Escalating blame game sees power cut to 19 Sark homes

MAINS power was cut from 19 homes in Sark yesterday afternoon as the electricity blame game intensified.

Sark's power station. (28775186)
Sark's power station. (28775186)

A contingency plan, including generators and cabling to provide a supply, is now in place with the Medical & Emergency Committee taking over the provision of power.

La Tour tenement owner Sebastien Moerman does not want Sark Electricity equipment on his land as he moves to generate his own power, arguing that the company is not offering a deal for what he would feed into the grid.

The company wants Chief Pleas to step in and make sure it has legal powers to maintain the grid on private land across Sark.

SEL director Alan Jackson said he had tried to avoid the situation, but that it had become inevitable as a result of a court order.

‘I can’t force someone to have the equipment on their land,’ he said.

‘I’ve tried to negotiate with landowners as Chief Pleas, but if they don’t want it no amount of negotiation is going to change that.’

He said there were now eight houses land-locked by two tenements and a freehold who did not want electrical installations on their land, and although one said they would allow it on a ‘handshake’, he advised it was not acceptable.

In addition, three properties would still remain cut off as a result of being on Mr Moerman’s land, even if another location for the electrical equipment were to be found.

‘If counter-parties do not want to negotiate, then there is nowhere to go,’ he said.

‘Some of this equipment isn’t very pretty, that is why in other jurisdictions there are statutory powers to enable a utility to supply power to residents. If Sark doesn’t want that, that’s fine but that isn’t my fault.

‘You could go through the sea to get to these homes but it’s expensive to do and that will not make electricity cheap on Sark if you’re forcing a utility to company to do that.

‘Saying it is my fault is a nonsense.’

However, Mr Moerman said SEL and Mr Jackson continued to seek to exploit the people of Sark while criticising those ‘standing in their way’, including the Seigneur, Chief Pleas, the douzaine, the electricity commissioner and himself.

‘The threat used is to cut off the electricity supply to certain Sark residents, including vulnerable adults,’ he said.

‘At the same time, Mr Jackson confirms in the media that “he and his partner and fellow company director James Penny were now looking at moving to Alderney or Guernsey”.’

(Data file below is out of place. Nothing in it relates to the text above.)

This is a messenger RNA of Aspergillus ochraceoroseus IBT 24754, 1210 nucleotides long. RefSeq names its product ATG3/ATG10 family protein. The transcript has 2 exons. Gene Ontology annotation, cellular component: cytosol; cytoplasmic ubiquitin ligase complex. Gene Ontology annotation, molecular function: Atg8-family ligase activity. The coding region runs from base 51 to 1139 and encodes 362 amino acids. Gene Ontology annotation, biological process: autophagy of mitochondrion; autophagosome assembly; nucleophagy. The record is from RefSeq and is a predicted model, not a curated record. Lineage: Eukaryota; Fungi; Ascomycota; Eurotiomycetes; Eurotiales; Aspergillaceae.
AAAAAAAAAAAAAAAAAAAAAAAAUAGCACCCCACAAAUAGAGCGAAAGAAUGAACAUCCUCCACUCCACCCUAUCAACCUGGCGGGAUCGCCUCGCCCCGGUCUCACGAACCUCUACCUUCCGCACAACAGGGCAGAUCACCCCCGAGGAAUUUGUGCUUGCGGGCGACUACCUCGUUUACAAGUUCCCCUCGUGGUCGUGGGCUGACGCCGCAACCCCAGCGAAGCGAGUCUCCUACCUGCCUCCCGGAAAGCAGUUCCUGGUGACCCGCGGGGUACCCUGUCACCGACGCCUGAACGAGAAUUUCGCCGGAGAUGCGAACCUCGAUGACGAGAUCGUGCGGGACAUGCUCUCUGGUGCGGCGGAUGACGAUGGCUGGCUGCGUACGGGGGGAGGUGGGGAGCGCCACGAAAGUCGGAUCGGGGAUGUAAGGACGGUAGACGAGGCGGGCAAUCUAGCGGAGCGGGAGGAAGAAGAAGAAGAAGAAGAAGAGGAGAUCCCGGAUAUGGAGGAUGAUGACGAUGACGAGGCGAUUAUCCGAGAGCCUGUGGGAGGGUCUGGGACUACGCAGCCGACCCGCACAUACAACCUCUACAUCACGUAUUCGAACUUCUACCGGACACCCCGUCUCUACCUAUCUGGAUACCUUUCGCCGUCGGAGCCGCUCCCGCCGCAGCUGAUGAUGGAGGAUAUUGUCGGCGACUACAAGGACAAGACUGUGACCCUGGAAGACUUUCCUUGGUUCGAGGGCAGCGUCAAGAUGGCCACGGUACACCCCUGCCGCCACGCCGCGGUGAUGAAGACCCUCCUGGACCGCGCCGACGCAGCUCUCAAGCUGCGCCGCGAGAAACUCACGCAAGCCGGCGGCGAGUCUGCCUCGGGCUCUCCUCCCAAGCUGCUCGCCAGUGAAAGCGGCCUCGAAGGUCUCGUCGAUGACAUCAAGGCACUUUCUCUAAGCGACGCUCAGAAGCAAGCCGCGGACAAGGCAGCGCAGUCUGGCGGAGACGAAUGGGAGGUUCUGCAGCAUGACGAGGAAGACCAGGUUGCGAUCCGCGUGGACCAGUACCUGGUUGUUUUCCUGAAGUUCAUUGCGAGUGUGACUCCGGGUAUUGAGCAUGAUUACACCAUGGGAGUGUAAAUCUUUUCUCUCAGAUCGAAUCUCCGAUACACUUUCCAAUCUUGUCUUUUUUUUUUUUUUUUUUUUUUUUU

Mr Moerman has invested in ‘green electricity’, but said if he remained connected to the SEL grid it would have forced him to sell all the electricity he produced to SEL for 15p per kWh, and then buy-back from SEL all electricity he consumed, even if he had generated it himself, at 54p per kWh.

Mr Moerman said it was as a result of SEL’s encouragement of residents to invest in green technology and rent their roof to them for solar panels under a buy-back arrangement, that had led him to refuse the use of his land in the belief that the company wanted to make profits at others’ expense.

‘All of this demonstrates that SEL, a privately-owned company, wants to make profits at others’ expense, however unreasonably it chooses to conduct itself,’ added Mr Moerman.

‘The people of Sark and its institutions are well able to stand up for themselves, which has not gone down well with SEL.’

In response, Mr Jackson said Mr Moerman had set a dangerous precedent that landowners could cut power.

‘The fact is if there was an argument between a landowner and their residents, they could turn around and say they don’t want power supplied through their land, in turn reducing the value of others’ property,’ he said.

‘This is the society that Chief Pleas want to live in, nobody seems to care about these residents, their human rights.

‘We will continue to try to identify a physical means to reconnect these residents as soon as possible but I cannot, with all honesty, say when this will occur.’

Representatives of the Policy & Finance and Medical & Emergency committees have invited Mr Jackson to meet them to discuss the matter.

‘It is regrettable that despite the alternative options offered to Mr Jackson, he has chosen to disconnect the electricity supply rather than commence work to install new cabling or to re-site the existing equipment,’ Policy & Finance said.

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